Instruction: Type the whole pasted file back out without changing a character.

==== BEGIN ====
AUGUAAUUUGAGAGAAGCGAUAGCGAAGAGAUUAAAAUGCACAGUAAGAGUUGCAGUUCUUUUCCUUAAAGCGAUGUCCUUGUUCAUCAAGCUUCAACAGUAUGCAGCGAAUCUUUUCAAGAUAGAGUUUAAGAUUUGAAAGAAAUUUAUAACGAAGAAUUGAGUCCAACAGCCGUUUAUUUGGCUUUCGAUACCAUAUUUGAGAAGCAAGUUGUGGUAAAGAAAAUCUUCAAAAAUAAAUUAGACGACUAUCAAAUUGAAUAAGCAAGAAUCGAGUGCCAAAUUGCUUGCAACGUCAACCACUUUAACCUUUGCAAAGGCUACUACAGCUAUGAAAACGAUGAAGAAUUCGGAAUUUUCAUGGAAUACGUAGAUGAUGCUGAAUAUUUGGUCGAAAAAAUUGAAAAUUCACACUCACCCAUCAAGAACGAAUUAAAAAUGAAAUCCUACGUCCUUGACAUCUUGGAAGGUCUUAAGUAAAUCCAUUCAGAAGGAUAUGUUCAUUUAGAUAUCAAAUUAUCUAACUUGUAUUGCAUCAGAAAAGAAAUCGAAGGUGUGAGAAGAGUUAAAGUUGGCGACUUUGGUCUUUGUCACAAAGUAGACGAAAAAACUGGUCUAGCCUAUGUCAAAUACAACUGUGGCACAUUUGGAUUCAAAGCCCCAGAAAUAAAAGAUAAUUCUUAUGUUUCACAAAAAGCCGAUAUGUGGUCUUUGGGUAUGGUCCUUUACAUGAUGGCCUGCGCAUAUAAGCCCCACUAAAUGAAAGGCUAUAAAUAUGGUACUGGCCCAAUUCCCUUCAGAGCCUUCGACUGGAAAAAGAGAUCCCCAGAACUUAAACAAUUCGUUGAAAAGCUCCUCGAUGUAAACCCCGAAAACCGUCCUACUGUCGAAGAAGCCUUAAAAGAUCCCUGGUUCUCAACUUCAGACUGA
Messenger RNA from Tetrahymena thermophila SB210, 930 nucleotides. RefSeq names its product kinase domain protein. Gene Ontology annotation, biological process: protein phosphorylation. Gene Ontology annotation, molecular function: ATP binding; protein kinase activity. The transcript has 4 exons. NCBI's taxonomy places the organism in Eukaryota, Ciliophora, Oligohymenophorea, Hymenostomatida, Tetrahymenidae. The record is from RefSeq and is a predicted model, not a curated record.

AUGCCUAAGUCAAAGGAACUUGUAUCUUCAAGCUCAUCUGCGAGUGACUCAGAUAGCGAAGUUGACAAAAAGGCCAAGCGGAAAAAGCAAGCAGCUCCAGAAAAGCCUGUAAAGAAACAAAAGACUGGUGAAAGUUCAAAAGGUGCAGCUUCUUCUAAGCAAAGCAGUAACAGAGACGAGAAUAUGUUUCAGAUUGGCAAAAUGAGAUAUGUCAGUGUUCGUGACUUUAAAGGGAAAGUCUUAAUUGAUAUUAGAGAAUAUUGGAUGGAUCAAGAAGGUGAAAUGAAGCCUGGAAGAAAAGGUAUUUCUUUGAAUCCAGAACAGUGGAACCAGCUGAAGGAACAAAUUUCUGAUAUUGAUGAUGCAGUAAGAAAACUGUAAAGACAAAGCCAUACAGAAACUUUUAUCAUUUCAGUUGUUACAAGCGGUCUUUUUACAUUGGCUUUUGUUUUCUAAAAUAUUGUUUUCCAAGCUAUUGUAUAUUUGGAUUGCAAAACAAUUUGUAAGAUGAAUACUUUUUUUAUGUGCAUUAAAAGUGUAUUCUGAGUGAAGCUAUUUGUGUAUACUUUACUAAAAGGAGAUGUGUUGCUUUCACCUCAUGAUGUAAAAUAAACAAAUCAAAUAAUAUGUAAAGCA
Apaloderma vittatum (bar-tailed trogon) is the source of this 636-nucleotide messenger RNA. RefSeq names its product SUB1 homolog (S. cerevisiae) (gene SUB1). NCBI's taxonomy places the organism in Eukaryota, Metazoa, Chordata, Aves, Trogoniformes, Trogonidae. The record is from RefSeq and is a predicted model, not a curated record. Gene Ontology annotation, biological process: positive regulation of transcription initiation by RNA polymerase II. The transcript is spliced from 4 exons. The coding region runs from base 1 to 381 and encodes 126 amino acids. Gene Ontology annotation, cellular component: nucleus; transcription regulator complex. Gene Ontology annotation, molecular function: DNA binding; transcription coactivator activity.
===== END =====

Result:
AUGUAAUUUGAGAGAAGCGAUAGCGAAGAGAUUAAAAUGCACAGUAAGAGUUGCAGUUCUUUUCCUUAAAGCGAUGUCCUUGUUCAUCAAGCUUCAACAGUAUGCAGCGAAUCUUUUCAAGAUAGAGUUUAAGAUUUGAAAGAAAUUUAUAACGAAGAAUUGAGUCCAACAGCCGUUUAUUUGGCUUUCGAUACCAUAUUUGAGAAGCAAGUUGUGGUAAAGAAAAUCUUCAAAAAUAAAUUAGACGACUAUCAAAUUGAAUAAGCAAGAAUCGAGUGCCAAAUUGCUUGCAACGUCAACCACUUUAACCUUUGCAAAGGCUACUACAGCUAUGAAAACGAUGAAGAAUUCGGAAUUUUCAUGGAAUACGUAGAUGAUGCUGAAUAUUUGGUCGAAAAAAUUGAAAAUUCACACUCACCCAUCAAGAACGAAUUAAAAAUGAAAUCCUACGUCCUUGACAUCUUGGAAGGUCUUAAGUAAAUCCAUUCAGAAGGAUAUGUUCAUUUAGAUAUCAAAUUAUCUAACUUGUAUUGCAUCAGAAAAGAAAUCGAAGGUGUGAGAAGAGUUAAAGUUGGCGACUUUGGUCUUUGUCACAAAGUAGACGAAAAAACUGGUCUAGCCUAUGUCAAAUACAACUGUGGCACAUUUGGAUUCAAAGCCCCAGAAAUAAAAGAUAAUUCUUAUGUUUCACAAAAAGCCGAUAUGUGGUCUUUGGGUAUGGUCCUUUACAUGAUGGCCUGCGCAUAUAAGCCCCACUAAAUGAAAGGCUAUAAAUAUGGUACUGGCCCAAUUCCCUUCAGAGCCUUCGACUGGAAAAAGAGAUCCCCAGAACUUAAACAAUUCGUUGAAAAGCUCCUCGAUGUAAACCCCGAAAACCGUCCUACUGUCGAAGAAGCCUUAAAAGAUCCCUGGUUCUCAACUUCAGACUGA
Messenger RNA from Tetrahymena thermophila SB210, 930 nucleotides. RefSeq names its product kinase domain protein. Gene Ontology annotation, biological process: protein phosphorylation. Gene Ontology annotation, molecular function: ATP binding; protein kinase activity. The transcript has 4 exons. NCBI's taxonomy places the organism in Eukaryota, Ciliophora, Oligohymenophorea, Hymenostomatida, Tetrahymenidae. The record is from RefSeq and is a predicted model, not a curated record.

AUGCCUAAGUCAAAGGAACUUGUAUCUUCAAGCUCAUCUGCGAGUGACUCAGAUAGCGAAGUUGACAAAAAGGCCAAGCGGAAAAAGCAAGCAGCUCCAGAAAAGCCUGUAAAGAAACAAAAGACUGGUGAAAGUUCAAAAGGUGCAGCUUCUUCUAAGCAAAGCAGUAACAGAGACGAGAAUAUGUUUCAGAUUGGCAAAAUGAGAUAUGUCAGUGUUCGUGACUUUAAAGGGAAAGUCUUAAUUGAUAUUAGAGAAUAUUGGAUGGAUCAAGAAGGUGAAAUGAAGCCUGGAAGAAAAGGUAUUUCUUUGAAUCCAGAACAGUGGAACCAGCUGAAGGAACAAAUUUCUGAUAUUGAUGAUGCAGUAAGAAAACUGUAAAGACAAAGCCAUACAGAAACUUUUAUCAUUUCAGUUGUUACAAGCGGUCUUUUUACAUUGGCUUUUGUUUUCUAAAAUAUUGUUUUCCAAGCUAUUGUAUAUUUGGAUUGCAAAACAAUUUGUAAGAUGAAUACUUUUUUUAUGUGCAUUAAAAGUGUAUUCUGAGUGAAGCUAUUUGUGUAUACUUUACUAAAAGGAGAUGUGUUGCUUUCACCUCAUGAUGUAAAAUAAACAAAUCAAAUAAUAUGUAAAGCA
Apaloderma vittatum (bar-tailed trogon) is the source of this 636-nucleotide messenger RNA. RefSeq names its product SUB1 homolog (S. cerevisiae) (gene SUB1). NCBI's taxonomy places the organism in Eukaryota, Metazoa, Chordata, Aves, Trogoniformes, Trogonidae. The record is from RefSeq and is a predicted model, not a curated record. Gene Ontology annotation, biological process: positive regulation of transcription initiation by RNA polymerase II. The transcript is spliced from 4 exons. The coding region runs from base 1 to 381 and encodes 126 amino acids. Gene Ontology annotation, cellular component: nucleus; transcription regulator complex. Gene Ontology annotation, molecular function: DNA binding; transcription coactivator activity.